I've never begrudged my subs for not taking "initiative" or not "teaching". Any sub who follows my plans and follows them well earns my vote to be asked back. As I mentioned in another post, very few subs are certified teachers in my district. The one certified teacher I had was the one who taught them an incorrect grammar concept. Thus, if I say "play movie from x minute to y minute" that is what I expect to happen. If I say pass out article and have students read silently, I expect that to happen. I may be using it as a reading comp piece, so if a sub were to take it upon themselves to "teach" the article, it could taint the results. Subs aren't privy to my extended plans. That's why I expect the plans I leave to be followed.
     
  30. Caesar753

    Caesar753 Multitudinous

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    No. If a sub follows my plans, he's doing his job.

    Count me in the group of people who doesn't want my sub to stray from my plans. There are many reasons for this preference of mine.

    First, I am familiar with the policies of my school and district. I know that my principal would be unhappy if he learned that certain hot-button topics were being discussed in my classroom, where things were uncontrolled, students weren't prepped about how to engage in appropriate discourse, and such topics do not pertain to the standards. Imagine my surprise when I return from a planned absence to see my warm-up question erased from the board and replaced with a question about the Ferguson situation, clearly written by an adult. Considering that my principal has given us directives about this very topic ("The Grand Jury in the Ferguson case in Missouri may render a decision in the very near future. The decision may be a topic of interest for parents and students. If questions arise in class, use professional judgement and provide students with factual information only. Please refrain from initiating class discussions regarding the decision."), you can see how this might be problematic. I know that my warm-up question asking students to write about the difference between nonne and -ne questions in Latin might not seem like it's all about the critical thinking and whatnot, but it was a valid question in accordance with our standards and the skills we're currently working on; the Ferguson question is neither of those things.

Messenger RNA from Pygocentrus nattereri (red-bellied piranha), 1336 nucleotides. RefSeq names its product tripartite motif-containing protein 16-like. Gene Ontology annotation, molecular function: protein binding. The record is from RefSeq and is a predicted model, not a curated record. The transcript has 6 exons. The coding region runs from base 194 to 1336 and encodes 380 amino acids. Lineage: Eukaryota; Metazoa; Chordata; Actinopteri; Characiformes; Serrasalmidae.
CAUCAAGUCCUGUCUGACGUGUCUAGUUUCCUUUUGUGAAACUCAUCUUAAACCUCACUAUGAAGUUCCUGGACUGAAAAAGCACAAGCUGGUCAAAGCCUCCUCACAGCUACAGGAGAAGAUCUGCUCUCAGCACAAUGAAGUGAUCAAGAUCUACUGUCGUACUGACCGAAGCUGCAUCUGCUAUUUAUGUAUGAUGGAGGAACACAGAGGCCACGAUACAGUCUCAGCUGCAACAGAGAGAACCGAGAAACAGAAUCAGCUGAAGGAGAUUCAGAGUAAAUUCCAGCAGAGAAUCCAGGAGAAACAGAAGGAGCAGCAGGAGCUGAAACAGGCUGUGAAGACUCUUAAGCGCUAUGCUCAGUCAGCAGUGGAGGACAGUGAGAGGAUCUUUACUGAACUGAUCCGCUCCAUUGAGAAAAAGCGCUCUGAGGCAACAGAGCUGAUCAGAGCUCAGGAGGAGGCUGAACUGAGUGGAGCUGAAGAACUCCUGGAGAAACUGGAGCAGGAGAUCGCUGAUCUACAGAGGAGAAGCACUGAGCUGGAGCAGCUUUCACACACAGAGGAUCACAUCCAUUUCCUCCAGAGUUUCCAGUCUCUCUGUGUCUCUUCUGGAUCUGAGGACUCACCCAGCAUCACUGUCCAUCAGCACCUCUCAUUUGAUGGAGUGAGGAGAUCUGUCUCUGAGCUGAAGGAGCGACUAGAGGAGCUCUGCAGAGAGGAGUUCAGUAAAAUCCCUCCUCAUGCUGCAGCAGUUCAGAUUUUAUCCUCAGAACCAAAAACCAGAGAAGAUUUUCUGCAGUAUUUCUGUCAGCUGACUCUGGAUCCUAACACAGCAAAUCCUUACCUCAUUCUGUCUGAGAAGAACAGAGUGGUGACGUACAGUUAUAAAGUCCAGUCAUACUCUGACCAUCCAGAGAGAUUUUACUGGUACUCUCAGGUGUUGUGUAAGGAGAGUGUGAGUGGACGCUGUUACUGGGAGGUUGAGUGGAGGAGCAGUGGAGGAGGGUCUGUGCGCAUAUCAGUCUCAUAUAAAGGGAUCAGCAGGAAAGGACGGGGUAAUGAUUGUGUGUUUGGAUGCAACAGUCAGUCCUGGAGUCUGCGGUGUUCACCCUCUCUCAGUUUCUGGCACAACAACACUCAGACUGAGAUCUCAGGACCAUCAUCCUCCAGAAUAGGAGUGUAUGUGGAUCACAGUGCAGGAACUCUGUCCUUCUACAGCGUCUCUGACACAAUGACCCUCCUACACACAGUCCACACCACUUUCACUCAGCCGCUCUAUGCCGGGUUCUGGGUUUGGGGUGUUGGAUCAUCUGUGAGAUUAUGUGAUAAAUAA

Second, a sub who decides to take the initiative and stray from my plans might end up ruining my opportunity to teach my favorite topic. This has happened to me. A sub decided to nix my plans and teach Roman numerals instead. This is my favorite thing to teach, so I was really bummed that someone beat me to the punch. Furthermore, the sub was WRONG. I had to reteach everything and it was a huge hassle. I requested that the sub not return to my classroom.

    I want a sub who can do what I ask. Just as some here are accusing teachers of having god complexes (really?), I think that some subs are mistaken about their scope of practice.
     
  31. Nietzsche

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    Possibly the reason you have a sub problem at your school is the way the subs are treated. I have one high school that keeps calling me and I rarely sub for them. The days I have been there, it seems they have three subs to cover for five teachers who are out. They move you around 3-4 times during the day covering classes that I typically don't choose to sub.